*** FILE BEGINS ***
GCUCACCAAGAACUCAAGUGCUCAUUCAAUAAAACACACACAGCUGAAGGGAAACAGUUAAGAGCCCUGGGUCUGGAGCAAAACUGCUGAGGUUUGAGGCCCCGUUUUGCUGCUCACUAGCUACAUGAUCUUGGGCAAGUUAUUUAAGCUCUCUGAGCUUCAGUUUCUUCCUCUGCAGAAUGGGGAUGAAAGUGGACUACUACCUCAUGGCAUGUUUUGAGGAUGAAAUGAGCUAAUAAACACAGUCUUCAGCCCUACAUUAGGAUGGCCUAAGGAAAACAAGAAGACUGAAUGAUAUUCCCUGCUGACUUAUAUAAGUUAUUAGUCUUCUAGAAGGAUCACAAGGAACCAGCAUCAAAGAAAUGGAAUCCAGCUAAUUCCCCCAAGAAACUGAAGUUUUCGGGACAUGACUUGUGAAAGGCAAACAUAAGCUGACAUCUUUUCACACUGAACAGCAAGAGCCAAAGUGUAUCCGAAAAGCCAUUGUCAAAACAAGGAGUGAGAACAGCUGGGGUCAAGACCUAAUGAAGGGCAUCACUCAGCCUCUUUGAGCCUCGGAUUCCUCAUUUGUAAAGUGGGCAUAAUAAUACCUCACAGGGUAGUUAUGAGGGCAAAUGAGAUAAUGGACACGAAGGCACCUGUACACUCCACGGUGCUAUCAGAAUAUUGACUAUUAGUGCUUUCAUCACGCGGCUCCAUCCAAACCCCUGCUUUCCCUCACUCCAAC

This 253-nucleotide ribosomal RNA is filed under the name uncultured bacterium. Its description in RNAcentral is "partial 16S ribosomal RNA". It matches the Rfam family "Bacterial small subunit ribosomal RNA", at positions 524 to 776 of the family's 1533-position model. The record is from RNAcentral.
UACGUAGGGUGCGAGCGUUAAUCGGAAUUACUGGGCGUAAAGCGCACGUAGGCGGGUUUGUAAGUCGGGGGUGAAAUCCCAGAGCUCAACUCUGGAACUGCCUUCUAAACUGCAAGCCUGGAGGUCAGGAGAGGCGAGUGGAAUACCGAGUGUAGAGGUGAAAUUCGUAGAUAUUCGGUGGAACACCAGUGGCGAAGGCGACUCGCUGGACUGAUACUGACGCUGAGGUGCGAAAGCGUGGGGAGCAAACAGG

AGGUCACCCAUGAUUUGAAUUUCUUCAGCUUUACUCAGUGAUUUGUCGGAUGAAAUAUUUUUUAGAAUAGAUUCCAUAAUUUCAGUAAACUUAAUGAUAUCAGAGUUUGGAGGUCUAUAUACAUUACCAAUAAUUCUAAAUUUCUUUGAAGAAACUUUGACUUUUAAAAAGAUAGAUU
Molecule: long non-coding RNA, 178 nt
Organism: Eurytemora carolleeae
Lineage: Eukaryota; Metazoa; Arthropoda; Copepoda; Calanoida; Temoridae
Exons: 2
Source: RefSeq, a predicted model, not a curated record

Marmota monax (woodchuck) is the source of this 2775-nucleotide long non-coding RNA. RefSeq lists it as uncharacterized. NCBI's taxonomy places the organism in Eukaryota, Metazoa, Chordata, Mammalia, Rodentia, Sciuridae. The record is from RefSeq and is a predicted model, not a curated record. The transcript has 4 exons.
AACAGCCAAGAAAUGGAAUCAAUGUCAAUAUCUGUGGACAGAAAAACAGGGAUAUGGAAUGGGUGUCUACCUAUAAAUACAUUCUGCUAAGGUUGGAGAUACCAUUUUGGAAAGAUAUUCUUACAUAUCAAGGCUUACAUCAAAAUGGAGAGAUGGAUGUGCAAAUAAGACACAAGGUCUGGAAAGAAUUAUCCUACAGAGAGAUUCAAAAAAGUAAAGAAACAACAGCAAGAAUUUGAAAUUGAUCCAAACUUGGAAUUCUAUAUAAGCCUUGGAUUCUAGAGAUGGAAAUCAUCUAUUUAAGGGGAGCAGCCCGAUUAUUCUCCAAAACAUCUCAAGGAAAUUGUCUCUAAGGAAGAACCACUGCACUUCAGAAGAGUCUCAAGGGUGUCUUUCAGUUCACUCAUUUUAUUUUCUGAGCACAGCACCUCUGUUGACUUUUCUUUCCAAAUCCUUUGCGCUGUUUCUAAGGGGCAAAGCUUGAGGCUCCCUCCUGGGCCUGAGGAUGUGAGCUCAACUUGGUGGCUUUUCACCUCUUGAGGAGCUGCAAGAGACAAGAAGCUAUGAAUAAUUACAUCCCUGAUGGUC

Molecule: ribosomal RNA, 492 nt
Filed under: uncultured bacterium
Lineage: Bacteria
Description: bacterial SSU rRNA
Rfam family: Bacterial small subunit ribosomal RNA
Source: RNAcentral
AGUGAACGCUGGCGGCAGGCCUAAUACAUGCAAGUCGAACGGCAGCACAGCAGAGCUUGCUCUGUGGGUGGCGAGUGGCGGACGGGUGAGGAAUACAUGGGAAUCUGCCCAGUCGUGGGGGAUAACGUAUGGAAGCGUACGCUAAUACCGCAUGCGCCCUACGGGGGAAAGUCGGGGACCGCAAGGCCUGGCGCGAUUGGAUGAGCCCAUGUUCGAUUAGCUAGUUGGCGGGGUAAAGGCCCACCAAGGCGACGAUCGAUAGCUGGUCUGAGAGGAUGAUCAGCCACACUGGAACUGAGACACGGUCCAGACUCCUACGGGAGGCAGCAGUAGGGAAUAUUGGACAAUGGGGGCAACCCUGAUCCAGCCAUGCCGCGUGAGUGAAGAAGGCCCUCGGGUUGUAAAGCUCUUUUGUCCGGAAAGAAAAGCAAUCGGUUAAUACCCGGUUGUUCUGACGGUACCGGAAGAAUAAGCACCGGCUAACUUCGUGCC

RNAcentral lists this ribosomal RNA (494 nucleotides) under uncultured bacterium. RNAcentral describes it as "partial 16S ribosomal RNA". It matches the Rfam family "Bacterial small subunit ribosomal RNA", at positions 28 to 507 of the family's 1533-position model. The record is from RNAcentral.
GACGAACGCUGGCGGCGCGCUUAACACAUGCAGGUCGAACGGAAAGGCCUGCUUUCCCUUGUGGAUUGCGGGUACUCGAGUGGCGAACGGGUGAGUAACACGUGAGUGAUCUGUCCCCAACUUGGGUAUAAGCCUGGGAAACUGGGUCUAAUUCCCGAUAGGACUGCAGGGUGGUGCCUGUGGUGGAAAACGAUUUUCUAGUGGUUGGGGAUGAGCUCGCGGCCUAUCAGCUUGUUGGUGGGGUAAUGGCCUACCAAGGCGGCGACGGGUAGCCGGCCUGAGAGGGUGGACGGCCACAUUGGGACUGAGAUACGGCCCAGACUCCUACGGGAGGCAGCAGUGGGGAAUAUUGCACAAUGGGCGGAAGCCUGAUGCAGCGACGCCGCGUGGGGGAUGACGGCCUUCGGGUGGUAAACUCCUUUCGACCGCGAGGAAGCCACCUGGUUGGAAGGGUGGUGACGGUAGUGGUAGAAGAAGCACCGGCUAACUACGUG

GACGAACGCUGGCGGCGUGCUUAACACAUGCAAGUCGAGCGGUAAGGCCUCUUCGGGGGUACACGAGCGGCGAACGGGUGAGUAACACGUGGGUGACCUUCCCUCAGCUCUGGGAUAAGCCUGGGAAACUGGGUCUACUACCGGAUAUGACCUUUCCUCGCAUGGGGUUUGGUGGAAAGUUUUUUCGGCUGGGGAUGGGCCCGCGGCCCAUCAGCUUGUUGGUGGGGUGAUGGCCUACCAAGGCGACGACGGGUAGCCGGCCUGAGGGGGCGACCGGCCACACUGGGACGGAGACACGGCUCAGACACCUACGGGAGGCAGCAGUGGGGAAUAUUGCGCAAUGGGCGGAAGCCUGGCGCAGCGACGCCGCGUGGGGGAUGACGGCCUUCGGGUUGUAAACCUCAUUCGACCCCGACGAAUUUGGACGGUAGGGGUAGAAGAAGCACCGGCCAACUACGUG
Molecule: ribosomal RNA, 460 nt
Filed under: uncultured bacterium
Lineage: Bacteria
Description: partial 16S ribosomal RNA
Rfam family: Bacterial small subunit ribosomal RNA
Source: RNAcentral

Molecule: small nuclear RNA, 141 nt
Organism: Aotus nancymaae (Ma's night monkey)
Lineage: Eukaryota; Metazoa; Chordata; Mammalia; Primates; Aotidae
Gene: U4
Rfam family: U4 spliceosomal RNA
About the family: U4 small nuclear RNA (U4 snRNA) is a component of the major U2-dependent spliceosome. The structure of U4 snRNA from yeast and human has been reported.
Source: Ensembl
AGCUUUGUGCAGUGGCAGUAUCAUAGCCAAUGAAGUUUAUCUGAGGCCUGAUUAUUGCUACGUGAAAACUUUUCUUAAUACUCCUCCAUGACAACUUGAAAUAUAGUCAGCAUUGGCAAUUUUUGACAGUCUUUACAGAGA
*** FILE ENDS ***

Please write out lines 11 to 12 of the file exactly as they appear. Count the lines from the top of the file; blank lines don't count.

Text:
AACAGCCAAGAAAUGGAAUCAAUGUCAAUAUCUGUGGACAGAAAAACAGGGAUAUGGAAUGGGUGUCUACCUAUAAAUACAUUCUGCUAAGGUUGGAGAUACCAUUUUGGAAAGAUAUUCUUACAUAUCAAGGCUUACAUCAAAAUGGAGAGAUGGAUGUGCAAAUAAGACACAAGGUCUGGAAAGAAUUAUCCUACAGAGAGAUUCAAAAAAGUAAAGAAACAACAGCAAGAAUUUGAAAUUGAUCCAAACUUGGAAUUCUAUAUAAGCCUUGGAUUCUAGAGAUGGAAAUCAUCUAUUUAAGGGGAGCAGCCCGAUUAUUCUCCAAAACAUCUCAAGGAAAUUGUCUCUAAGGAAGAACCACUGCACUUCAGAAGAGUCUCAAGGGUGUCUUUCAGUUCACUCAUUUUAUUUUCUGAGCACAGCACCUCUGUUGACUUUUCUUUCCAAAUCCUUUGCGCUGUUUCUAAGGGGCAAAGCUUGAGGCUCCCUCCUGGGCCUGAGGAUGUGAGCUCAACUUGGUGGCUUUUCACCUCUUGAGGAGCUGCAAGAGACAAGAAGCUAUGAAUAAUUACAUCCCUGAUGGUC

Molecule: ribosomal RNA, 492 nt